Being True to Yourself
Throughout your life, no doubt, you’ve heard people advise you to “be true to yourself.” Even Shakespeare admonished, “To thine own self be true …”

From Shakespeare’s Elizabethan era, fast forward to now, April 2011. I’ll bet that the following description sounds familiar to many of you:

          •  You’ve graduated law school, even passed the Illinois Bar Exam.

          •  You’re looking for a job in law that will provide sound footing to begin your career
              while also helping sustain you, your landlord, and your lender(s).

          •  You’ve sent out a ridiculous number of resumes, each with its own custom crafted
              cover letter.  (You don’t care to count how many.) 

          •  Like so many of your law school friends, you haven’t had one response -- not even a 
              “Thank you, Mr./Ms. _________. We have received your resume, and you will hear
              from us by _______ ..."  Nothing.

I take pride in a similar demoralizing experience I had as a 2L, back in the day.  I was active in a Chicago-based civil liberties organization. This organization was honoring a man who had once served as a past president and who, in my eyes, changed the world as I knew it. This man, high upon my pedestal, was also a name partner in his own Chicago law firm.

I wrote this nameless partner a congratulatory note for being honored, and he subsequently invited me to his firm to get acquainted. As we discussed the state of the legal profession back then, in the Dark Ages, he explained to me that I would never stand a chance of being hired at his law firm. The reason: I wasn’t good enough. I had not attended Harvard, University of Chicago, Northwestern or Stanford as an undergrad or as a law student. Simply put, I wasn’t in “The Club.*”

While I truly didn’t meet with him to prospect for a job, I was rather startled and somewhat offended. Okay, if you go to law school, you have to be able to withstand blows of this sort. So I did just that. I picked myself up off the floor, smiled sweetly, looked him straight in the eye with appreciation for his time, and started putting one foot in front of the other again.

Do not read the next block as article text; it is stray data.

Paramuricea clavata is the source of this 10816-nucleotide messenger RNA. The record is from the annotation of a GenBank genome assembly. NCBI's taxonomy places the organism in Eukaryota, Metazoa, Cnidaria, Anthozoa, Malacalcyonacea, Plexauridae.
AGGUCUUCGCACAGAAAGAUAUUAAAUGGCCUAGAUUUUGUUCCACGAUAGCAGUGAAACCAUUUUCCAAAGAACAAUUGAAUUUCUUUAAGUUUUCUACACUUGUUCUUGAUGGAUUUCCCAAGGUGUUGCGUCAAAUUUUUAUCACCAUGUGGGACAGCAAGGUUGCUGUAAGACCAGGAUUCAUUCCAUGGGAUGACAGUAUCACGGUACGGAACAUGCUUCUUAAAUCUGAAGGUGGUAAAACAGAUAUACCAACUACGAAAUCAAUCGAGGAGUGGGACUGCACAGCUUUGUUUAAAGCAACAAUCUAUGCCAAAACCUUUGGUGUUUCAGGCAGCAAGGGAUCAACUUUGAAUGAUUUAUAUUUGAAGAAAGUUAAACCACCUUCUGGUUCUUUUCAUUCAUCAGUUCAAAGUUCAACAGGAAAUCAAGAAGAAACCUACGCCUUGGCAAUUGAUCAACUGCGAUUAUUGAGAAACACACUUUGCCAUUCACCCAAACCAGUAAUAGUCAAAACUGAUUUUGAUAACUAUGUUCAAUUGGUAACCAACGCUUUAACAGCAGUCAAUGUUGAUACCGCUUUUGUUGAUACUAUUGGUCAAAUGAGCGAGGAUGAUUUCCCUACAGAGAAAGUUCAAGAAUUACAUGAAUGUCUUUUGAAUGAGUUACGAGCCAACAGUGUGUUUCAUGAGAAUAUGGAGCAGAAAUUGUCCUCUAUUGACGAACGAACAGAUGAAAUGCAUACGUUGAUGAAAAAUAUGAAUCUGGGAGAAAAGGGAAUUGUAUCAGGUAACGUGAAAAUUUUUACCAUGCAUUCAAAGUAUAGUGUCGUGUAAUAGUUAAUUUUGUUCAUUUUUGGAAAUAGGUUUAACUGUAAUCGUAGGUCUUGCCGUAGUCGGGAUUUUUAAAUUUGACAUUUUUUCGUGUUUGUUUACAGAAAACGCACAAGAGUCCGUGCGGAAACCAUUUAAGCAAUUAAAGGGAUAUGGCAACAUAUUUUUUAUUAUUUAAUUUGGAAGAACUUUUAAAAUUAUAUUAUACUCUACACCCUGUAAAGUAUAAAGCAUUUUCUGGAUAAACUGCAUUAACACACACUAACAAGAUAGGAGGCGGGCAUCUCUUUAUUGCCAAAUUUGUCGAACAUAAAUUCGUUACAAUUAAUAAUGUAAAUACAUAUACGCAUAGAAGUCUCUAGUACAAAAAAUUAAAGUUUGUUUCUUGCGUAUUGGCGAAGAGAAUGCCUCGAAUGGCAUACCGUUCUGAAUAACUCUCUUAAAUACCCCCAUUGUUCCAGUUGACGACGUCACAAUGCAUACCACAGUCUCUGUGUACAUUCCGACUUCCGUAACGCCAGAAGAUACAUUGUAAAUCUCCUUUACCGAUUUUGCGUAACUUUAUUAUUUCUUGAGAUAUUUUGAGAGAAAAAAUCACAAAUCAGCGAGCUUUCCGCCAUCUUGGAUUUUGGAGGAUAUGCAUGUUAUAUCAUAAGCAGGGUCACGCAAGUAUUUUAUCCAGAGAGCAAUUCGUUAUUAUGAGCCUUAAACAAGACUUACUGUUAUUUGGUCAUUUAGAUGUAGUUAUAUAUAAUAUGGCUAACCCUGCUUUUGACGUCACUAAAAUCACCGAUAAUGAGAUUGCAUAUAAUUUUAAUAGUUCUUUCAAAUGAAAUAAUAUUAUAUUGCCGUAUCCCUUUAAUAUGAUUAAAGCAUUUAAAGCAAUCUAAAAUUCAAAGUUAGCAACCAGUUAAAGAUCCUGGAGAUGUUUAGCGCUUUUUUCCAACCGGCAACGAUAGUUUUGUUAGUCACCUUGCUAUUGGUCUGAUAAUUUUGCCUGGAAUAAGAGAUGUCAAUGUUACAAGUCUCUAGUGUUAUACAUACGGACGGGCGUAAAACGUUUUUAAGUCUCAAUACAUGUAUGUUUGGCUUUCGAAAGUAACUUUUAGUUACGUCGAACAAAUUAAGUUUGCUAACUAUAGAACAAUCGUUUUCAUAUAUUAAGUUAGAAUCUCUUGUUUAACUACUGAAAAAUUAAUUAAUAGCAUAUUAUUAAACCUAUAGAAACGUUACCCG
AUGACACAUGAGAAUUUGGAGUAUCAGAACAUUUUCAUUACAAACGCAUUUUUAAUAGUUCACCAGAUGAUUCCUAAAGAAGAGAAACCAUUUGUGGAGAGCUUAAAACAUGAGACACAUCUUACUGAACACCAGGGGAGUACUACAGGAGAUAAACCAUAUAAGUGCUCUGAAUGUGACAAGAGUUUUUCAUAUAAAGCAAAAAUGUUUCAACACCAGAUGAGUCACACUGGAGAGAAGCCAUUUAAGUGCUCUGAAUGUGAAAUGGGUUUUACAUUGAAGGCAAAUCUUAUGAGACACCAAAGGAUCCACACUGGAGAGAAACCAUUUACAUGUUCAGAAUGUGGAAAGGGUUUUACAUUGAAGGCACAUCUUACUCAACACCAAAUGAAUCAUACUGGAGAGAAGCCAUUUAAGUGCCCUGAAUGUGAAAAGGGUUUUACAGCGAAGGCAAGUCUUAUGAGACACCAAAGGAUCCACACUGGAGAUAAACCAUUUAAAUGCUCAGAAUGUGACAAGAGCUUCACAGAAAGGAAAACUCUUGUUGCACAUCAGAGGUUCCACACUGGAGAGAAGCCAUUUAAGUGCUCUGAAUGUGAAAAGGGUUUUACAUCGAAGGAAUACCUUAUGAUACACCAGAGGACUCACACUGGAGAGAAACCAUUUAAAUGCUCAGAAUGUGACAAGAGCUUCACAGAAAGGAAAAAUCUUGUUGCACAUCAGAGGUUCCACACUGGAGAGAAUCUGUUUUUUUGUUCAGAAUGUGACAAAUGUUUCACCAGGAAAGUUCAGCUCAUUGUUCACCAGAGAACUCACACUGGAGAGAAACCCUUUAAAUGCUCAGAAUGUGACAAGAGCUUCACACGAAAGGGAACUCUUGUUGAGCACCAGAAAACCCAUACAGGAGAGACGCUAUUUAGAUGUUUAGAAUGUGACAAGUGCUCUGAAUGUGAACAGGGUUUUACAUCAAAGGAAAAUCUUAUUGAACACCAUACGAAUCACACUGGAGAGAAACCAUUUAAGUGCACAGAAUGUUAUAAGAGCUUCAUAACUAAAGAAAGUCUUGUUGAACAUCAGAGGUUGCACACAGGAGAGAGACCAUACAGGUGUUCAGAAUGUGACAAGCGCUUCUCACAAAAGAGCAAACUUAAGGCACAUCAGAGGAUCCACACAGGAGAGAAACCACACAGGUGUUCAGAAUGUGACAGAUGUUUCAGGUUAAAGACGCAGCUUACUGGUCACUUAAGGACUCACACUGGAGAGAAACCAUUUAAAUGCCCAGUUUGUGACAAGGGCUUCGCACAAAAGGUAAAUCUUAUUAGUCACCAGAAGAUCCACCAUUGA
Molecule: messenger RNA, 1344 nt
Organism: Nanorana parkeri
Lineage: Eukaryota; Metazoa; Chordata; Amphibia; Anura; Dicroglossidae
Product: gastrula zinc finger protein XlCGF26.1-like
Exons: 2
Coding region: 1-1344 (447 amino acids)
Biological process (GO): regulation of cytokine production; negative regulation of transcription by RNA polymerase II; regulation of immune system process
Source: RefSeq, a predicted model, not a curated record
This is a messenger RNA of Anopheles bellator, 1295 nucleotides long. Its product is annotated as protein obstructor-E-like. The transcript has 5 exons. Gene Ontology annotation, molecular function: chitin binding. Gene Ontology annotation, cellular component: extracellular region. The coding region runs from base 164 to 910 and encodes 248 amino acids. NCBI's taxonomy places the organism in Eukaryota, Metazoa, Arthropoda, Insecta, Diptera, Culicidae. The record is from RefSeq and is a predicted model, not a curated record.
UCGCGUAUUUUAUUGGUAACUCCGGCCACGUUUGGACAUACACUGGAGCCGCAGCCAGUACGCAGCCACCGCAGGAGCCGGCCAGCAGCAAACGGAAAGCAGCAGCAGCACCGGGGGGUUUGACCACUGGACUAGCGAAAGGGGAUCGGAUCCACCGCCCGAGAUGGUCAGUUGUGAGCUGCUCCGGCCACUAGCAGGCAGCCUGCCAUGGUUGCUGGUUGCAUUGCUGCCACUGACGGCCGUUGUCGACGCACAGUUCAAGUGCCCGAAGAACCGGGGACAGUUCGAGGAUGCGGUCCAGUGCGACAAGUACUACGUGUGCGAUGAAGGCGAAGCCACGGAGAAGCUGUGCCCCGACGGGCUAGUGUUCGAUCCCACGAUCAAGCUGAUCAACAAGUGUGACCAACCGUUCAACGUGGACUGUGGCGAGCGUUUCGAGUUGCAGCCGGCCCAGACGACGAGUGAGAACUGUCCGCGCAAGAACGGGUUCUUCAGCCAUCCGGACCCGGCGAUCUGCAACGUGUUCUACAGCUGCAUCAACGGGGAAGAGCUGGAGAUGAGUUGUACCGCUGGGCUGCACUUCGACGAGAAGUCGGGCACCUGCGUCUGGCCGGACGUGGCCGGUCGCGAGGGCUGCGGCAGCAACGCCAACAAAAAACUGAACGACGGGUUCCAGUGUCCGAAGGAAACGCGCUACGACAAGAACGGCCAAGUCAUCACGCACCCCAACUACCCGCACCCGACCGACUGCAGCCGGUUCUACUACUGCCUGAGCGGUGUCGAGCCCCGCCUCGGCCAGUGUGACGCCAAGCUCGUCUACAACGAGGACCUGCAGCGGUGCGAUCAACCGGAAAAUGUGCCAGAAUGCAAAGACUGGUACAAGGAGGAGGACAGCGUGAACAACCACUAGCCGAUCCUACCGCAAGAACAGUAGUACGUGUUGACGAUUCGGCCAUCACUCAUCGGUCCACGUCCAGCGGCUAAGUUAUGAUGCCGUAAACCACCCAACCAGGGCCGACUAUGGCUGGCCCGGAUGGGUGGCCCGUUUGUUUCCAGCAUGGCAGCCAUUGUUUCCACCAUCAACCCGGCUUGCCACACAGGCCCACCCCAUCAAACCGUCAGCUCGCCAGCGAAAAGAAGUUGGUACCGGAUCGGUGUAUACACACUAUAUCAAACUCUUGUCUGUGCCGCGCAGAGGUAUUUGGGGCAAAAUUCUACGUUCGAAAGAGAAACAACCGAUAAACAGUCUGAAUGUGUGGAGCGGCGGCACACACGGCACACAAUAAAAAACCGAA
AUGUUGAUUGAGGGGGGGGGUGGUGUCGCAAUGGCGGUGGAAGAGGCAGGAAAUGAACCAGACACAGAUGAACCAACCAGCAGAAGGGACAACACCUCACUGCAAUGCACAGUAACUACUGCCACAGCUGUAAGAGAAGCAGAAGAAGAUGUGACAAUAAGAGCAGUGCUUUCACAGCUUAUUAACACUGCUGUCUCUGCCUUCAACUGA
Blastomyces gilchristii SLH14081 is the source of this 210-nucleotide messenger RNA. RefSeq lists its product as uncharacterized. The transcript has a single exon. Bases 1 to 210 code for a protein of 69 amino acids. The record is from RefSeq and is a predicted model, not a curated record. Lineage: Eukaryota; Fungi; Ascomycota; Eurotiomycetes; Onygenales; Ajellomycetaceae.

My point is this: we’ve all been kicked in life and in our job searches. No doubt, no one is getting kicked more than the graduates of recent years.

The key is: How are you going to handle being kicked around? Will you become a tougher, bolder person? Or, will you become a tougher, more calloused person?

It may be extremely difficult, but if you do nothing else, take some comfort here: Attorneys who approach me for help with their job searches have endured many blows. I hear these stories repeatedly:

  •  How new attorneys and law students spend time crafting e-mails to lawyers, asking for 
          informational interviews.  Even if there is a connection through family, friends or law 
          school, often, these requests asking for only 10-15 minutes of non-billable time, go 

  •  About recent graduates sending time-consuming, customized cover letters and   
          resumes  (x 3.14) in response to posts of available jobs.   Responses of any kind are              rarely inspired.                    

  • How graduates sign on for temporary assignments to start on a date certain.  The               coordinators for these projects string along  their temporary hires week after week,             explaining that the project continues to be delayed. As a result of these attorneys’              loyalty and keeping of their word, they have missed out on 4-6 other temporary                  assignments. Needless to say, these folks fear their landlords and their loan officers.

I repeat, take comfort here.